“The Untamed” Review

20 August, 2017

Director: Amat Escalante
Screenwriters: Amat Escalante, Gibrán Portela
Director of Photography: Manuel Alberto Claro
Cast: 
Simone Bucio, Jesús Meza, Ruth Ramos

Synopsis: A love triangle involving a man, his wife, and her brother unravels in a grotesque fashion after a tentacled monster with the power to provide the ultimate sexual experience slithers into their lives with unclear intentions.

The Untamed Review:

A creature feature with an unspeakable perspective on what it means to be alive, “The Untamed” is quite possibly the strangest melodrama to hit theatres in over three decades, employing the kind of cross-species copulation made famous by Andrzej Zulawski’s “Possession” without helming the emotional weight held by Isabelle Adjani’s iconic subway breakdown sequence. While the movie delivers the double penetration and multiple lacerations that one might expect from a Cronenbergian body horror, it struggles to find a reason to tarnish its aesthetic, opting instead for a concept that would be better suited to a Carlos Reygadas art piece than a fully-fledged horror movie.

An unusual film about the invisible line between danger and desire, “The Untamed” is a throbbing metaphor for the primate hidden deep within the unconscious mind, drawing attention to the monster within all of us as tentacles ooze across skin, pulsating inside every orifice with a yearning for the pleasures of the flesh. Toying with the deepest and most reprehensible aspects of existence, the film transcends the restrictions of humanity, morality, and sexuality, throwing itself into the belly of the beast and waiting to be chosen as either partner or prey while entering into a bizarre science-fiction experiment.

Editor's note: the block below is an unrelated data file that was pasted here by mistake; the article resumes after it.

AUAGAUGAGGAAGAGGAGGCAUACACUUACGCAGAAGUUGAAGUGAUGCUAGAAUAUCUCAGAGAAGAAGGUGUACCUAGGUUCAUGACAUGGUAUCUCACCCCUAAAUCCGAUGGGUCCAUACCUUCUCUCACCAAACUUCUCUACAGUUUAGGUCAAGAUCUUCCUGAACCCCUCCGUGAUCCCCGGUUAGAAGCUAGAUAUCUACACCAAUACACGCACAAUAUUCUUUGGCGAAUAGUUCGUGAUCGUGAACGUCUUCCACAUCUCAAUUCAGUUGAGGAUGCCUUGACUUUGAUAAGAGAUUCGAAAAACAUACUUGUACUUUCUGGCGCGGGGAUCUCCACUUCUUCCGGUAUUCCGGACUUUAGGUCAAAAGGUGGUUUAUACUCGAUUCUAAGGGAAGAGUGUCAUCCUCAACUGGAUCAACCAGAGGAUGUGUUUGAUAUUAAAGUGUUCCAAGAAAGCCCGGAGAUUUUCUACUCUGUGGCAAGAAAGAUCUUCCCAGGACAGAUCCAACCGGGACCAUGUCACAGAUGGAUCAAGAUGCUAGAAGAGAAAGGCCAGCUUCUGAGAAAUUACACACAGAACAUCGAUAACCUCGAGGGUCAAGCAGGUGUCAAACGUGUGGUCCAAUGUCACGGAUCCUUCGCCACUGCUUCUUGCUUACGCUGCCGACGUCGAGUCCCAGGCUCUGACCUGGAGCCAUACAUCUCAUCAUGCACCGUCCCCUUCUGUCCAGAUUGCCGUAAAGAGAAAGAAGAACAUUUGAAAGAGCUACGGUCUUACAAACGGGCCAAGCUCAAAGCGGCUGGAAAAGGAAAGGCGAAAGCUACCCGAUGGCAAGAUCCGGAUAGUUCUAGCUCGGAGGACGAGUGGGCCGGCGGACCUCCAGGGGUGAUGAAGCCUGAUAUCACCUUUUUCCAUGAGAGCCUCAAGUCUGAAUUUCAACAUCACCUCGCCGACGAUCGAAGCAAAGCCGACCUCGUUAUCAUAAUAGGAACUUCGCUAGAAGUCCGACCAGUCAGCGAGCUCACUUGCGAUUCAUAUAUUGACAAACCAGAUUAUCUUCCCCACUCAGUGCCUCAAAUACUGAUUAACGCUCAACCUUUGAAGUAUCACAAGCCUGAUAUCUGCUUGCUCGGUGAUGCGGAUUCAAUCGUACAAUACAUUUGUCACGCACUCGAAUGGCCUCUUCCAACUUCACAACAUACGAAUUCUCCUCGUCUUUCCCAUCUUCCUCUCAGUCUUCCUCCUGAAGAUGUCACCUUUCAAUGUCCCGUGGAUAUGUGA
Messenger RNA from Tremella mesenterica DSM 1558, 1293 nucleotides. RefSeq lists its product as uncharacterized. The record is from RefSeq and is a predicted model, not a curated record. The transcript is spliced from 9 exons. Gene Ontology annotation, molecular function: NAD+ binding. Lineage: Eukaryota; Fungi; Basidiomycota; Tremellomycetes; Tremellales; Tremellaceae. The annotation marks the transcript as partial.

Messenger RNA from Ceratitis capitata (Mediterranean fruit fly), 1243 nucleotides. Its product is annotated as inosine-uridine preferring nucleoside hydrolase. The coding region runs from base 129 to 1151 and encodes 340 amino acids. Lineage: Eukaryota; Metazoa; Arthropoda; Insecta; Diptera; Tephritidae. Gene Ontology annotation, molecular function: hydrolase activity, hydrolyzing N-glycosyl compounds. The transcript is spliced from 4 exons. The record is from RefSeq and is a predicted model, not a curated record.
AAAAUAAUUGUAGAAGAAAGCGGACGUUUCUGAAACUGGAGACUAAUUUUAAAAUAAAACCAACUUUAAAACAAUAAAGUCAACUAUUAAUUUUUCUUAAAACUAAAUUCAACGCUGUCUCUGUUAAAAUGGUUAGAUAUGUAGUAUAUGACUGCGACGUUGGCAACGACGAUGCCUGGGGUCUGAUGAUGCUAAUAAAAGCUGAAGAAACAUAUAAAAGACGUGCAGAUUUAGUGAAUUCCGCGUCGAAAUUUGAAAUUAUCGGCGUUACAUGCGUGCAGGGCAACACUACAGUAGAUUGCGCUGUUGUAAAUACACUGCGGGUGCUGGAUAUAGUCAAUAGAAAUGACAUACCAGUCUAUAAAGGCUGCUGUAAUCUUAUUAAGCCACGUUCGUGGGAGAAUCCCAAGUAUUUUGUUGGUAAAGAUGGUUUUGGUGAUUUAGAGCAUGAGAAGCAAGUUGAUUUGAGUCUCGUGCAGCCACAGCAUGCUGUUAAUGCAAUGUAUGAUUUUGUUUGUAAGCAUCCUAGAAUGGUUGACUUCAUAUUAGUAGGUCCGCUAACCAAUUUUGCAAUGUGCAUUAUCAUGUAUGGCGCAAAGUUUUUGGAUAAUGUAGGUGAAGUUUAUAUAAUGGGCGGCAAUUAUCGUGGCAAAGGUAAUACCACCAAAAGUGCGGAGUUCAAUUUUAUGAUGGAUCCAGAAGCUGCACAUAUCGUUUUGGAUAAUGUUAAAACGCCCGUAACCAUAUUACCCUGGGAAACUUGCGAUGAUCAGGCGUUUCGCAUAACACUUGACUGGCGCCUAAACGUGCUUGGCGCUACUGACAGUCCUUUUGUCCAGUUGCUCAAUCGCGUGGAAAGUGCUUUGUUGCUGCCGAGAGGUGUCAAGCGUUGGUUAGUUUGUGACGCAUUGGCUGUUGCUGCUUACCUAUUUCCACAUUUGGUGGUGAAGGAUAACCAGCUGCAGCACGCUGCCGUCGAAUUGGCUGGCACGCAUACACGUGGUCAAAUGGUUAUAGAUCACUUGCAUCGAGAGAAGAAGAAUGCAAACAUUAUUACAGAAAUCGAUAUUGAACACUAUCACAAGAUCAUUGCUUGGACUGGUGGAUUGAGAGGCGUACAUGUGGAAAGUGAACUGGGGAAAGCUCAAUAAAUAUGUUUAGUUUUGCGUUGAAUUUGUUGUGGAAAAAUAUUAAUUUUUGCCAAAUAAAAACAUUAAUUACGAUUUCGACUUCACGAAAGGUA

Landing love bites and severing vital organs, “The Untamed” feasts on the bodies of submissive victims, mapping the heroin-like devastation of unadulterated pleasures alongside a parallel tale of a love affair charged purely by sexual desire. Suggesting that the monster inside the human psyche snaps as willingly as it embraces, the movie highlights the similarities between abuse and affection while homosexual urges rewrite the code of a heterosexual relationship, leaving three characters utterly lost as they traverse an uncertain path towards an impossible future. Erratic, poetic, and utterly insane, “The Untamed” is a psychosexual question more than it is a definitive answer to anything that its strange universe has to offer.

 

   

Summary
Review Date
Movie
The Untamed
Rating
31star1star1stargraygray
.the-content .taxonomies { display: none; }